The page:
A few months after the release of “Pandaemorthium”, ESOCTRILIHUM's celebrated sophomore album, French musician Asthâghul summons his creature back from the abominable realms of chaos it inhabits, to deliver a new chapter in his personal odyssey into fear and madness.
If the previous album opened 2018 in the name of the most majestic Lovecraftian extreme metal, “Inhüma” ends the year with an even more violent trip of hallucinatory music, a mind-bending vertigo of mystical black death metal of the heaviest kind, filtered through visionary and apocalyptic psychedelia. Once again, ESOCTRILIHUM works as a bridge to unparalleled dimensions of horror, terrifying mental planes where monstrous deities dominate over abstruse worlds in ruin, and where humanity is subjugated and enslaved.
Musically, “Inhüma” is a new and bold step forward in ESOCTRILIHUM's fast growth. More conscious of his capabilities, sole member Asthâghul has even successfully integrated a real violin within the band's typical paraphernalia of guitars, bass, drums and synths. The songwriting is compact and mature, equally brutal and reflective, and each track is a hymn to cosmic death, a flux of vivid nightmares from the deranged minds of ancient gods dying, with screams and growls augmenting the insane aura of Asthâghul's compositions.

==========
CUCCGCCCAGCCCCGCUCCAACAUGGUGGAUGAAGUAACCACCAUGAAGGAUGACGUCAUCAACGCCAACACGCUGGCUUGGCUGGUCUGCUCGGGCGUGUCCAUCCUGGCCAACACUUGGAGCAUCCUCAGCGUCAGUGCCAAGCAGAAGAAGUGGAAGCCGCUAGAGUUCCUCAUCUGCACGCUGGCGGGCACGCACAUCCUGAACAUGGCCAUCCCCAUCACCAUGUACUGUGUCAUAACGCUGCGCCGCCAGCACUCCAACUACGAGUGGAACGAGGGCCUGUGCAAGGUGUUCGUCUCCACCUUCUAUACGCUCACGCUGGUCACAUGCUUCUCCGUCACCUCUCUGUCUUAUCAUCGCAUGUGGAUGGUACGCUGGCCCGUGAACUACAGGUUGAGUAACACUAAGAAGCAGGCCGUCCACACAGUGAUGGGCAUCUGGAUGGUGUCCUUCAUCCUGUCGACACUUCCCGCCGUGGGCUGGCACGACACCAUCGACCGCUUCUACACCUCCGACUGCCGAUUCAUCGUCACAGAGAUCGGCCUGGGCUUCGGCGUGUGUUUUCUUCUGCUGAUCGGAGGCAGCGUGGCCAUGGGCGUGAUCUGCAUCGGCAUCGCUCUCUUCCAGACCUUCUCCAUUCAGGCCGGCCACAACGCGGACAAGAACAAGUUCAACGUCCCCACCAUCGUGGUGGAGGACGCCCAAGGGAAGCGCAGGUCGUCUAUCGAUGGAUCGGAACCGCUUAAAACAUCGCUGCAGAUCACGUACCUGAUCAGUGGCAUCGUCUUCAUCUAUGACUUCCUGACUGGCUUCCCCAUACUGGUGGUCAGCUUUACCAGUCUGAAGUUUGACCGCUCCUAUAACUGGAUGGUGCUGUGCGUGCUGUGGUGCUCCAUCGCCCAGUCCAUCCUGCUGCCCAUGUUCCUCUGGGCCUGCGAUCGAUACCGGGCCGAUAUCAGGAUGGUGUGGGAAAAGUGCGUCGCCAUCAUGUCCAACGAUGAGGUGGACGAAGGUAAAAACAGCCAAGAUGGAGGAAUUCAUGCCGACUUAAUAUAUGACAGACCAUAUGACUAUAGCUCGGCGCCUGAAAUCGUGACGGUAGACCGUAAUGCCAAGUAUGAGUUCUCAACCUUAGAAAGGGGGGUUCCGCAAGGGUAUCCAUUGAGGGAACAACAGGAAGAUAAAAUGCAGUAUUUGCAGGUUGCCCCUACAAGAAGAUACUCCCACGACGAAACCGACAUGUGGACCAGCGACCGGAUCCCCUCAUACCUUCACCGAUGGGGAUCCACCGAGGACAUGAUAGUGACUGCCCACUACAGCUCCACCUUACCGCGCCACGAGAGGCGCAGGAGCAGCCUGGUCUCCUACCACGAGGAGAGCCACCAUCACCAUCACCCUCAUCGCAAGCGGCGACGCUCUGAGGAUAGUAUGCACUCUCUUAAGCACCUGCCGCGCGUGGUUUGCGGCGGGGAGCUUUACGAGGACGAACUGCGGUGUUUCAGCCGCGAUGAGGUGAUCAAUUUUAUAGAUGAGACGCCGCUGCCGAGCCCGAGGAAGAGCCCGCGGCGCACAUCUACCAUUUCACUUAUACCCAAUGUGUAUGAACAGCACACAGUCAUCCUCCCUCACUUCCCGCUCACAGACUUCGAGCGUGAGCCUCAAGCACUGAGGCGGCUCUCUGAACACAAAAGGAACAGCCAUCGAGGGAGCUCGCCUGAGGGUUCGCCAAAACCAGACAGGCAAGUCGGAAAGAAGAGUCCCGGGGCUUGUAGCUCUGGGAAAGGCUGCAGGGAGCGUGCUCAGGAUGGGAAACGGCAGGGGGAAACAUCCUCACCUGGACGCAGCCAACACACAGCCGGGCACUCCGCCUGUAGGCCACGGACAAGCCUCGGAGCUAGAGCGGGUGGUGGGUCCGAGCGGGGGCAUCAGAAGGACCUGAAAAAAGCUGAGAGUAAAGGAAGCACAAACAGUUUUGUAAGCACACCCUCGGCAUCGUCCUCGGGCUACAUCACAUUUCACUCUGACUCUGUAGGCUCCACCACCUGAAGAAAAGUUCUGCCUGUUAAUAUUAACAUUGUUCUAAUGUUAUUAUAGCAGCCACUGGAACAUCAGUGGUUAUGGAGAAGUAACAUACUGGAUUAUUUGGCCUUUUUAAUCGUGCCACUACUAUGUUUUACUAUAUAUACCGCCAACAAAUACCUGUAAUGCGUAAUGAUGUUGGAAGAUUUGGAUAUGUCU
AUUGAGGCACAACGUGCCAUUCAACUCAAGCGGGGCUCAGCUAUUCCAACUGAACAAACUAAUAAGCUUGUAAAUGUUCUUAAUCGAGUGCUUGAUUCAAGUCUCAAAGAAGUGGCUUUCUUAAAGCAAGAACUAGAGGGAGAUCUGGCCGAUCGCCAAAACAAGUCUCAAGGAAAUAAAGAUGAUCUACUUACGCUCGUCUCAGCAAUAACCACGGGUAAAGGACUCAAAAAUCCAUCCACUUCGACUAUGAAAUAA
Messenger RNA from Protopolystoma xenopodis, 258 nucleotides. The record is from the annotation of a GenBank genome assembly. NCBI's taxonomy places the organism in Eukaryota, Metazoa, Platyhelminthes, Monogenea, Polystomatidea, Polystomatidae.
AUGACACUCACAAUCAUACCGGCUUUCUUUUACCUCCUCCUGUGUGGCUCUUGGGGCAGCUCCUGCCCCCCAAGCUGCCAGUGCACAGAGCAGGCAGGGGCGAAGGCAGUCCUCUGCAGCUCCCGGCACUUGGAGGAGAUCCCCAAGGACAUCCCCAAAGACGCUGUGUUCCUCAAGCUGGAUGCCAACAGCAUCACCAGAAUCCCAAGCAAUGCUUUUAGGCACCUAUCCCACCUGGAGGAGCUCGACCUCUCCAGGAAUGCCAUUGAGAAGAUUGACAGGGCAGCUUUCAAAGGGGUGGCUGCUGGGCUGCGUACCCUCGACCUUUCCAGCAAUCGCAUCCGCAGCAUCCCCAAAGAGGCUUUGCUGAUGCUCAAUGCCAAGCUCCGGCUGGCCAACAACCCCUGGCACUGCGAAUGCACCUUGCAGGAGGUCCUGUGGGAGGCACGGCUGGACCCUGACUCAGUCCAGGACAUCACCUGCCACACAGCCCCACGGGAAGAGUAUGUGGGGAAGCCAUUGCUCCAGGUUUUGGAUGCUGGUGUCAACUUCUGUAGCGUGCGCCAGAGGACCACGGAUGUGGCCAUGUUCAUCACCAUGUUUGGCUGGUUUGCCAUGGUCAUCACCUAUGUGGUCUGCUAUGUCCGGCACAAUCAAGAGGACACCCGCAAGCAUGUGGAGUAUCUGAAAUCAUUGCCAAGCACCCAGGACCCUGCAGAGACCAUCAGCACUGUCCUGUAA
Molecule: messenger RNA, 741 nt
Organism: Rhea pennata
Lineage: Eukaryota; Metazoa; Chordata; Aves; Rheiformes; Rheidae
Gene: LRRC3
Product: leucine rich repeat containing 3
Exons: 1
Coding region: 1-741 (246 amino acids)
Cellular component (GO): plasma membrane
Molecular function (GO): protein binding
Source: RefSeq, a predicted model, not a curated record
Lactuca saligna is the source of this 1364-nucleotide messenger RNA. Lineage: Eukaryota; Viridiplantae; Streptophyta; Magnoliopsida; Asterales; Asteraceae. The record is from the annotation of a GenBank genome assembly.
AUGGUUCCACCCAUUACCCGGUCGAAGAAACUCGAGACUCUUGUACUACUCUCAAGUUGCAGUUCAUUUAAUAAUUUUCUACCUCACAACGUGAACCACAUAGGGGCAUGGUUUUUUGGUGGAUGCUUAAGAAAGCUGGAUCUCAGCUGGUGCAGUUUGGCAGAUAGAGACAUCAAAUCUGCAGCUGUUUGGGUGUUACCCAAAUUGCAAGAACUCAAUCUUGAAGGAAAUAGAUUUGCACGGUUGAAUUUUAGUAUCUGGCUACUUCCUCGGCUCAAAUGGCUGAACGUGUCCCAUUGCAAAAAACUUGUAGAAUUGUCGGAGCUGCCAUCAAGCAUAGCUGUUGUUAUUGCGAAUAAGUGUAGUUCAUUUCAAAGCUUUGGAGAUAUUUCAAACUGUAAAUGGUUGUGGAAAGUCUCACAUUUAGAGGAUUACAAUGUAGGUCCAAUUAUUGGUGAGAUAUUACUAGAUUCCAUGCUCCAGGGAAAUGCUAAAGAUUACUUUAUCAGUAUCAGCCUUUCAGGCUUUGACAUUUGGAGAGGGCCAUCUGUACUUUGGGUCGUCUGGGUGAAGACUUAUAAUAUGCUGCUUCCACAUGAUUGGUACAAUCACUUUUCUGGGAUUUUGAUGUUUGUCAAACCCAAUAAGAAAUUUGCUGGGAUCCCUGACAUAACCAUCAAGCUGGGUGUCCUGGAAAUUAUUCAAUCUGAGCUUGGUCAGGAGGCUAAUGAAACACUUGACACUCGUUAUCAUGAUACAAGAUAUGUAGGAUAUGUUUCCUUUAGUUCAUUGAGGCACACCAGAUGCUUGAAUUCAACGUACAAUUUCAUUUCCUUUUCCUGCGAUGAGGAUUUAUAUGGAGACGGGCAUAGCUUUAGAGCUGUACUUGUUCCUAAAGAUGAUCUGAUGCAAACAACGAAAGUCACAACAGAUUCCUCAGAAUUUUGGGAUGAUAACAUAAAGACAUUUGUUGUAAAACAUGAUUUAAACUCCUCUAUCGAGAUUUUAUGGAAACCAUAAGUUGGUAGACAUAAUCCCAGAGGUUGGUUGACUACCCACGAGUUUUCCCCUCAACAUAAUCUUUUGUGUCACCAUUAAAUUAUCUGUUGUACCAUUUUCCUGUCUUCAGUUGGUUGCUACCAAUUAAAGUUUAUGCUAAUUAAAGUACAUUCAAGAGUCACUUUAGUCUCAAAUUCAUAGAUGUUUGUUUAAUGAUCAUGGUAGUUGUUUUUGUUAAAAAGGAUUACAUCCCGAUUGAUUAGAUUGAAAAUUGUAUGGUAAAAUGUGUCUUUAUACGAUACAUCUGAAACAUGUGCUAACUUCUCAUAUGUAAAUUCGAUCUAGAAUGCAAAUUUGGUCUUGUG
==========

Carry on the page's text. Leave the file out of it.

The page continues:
Arcane and indecipherable, ESOCTRILIHUM's “Inhüma” offers intricate and intoxicating geometries of pain, beauty, mysticism and violence that find a perfect counterpart in Jef Whitehead's amazing cover painting.